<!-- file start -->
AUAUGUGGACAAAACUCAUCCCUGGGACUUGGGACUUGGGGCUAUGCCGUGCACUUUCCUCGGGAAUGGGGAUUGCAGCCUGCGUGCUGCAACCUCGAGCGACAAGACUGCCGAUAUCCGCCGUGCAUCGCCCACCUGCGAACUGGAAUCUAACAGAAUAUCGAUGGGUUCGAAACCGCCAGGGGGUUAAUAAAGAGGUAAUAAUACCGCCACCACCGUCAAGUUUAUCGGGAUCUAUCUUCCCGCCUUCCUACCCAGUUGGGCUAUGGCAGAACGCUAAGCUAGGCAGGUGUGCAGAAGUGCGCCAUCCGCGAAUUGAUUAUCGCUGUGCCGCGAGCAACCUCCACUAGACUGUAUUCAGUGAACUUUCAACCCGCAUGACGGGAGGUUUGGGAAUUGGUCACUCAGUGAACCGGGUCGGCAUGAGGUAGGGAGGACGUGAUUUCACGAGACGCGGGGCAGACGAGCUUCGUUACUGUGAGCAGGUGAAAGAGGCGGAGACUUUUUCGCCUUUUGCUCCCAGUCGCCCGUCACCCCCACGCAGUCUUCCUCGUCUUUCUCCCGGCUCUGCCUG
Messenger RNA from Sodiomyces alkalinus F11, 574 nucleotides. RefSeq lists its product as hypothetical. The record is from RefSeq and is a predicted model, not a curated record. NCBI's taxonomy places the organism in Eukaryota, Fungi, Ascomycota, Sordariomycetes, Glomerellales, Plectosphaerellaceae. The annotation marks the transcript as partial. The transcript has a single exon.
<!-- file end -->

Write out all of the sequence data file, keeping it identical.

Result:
AUAUGUGGACAAAACUCAUCCCUGGGACUUGGGACUUGGGGCUAUGCCGUGCACUUUCCUCGGGAAUGGGGAUUGCAGCCUGCGUGCUGCAACCUCGAGCGACAAGACUGCCGAUAUCCGCCGUGCAUCGCCCACCUGCGAACUGGAAUCUAACAGAAUAUCGAUGGGUUCGAAACCGCCAGGGGGUUAAUAAAGAGGUAAUAAUACCGCCACCACCGUCAAGUUUAUCGGGAUCUAUCUUCCCGCCUUCCUACCCAGUUGGGCUAUGGCAGAACGCUAAGCUAGGCAGGUGUGCAGAAGUGCGCCAUCCGCGAAUUGAUUAUCGCUGUGCCGCGAGCAACCUCCACUAGACUGUAUUCAGUGAACUUUCAACCCGCAUGACGGGAGGUUUGGGAAUUGGUCACUCAGUGAACCGGGUCGGCAUGAGGUAGGGAGGACGUGAUUUCACGAGACGCGGGGCAGACGAGCUUCGUUACUGUGAGCAGGUGAAAGAGGCGGAGACUUUUUCGCCUUUUGCUCCCAGUCGCCCGUCACCCCCACGCAGUCUUCCUCGUCUUUCUCCCGGCUCUGCCUG
Messenger RNA from Sodiomyces alkalinus F11, 574 nucleotides. RefSeq lists its product as hypothetical. The record is from RefSeq and is a predicted model, not a curated record. NCBI's taxonomy places the organism in Eukaryota, Fungi, Ascomycota, Sordariomycetes, Glomerellales, Plectosphaerellaceae. The annotation marks the transcript as partial. The transcript has a single exon.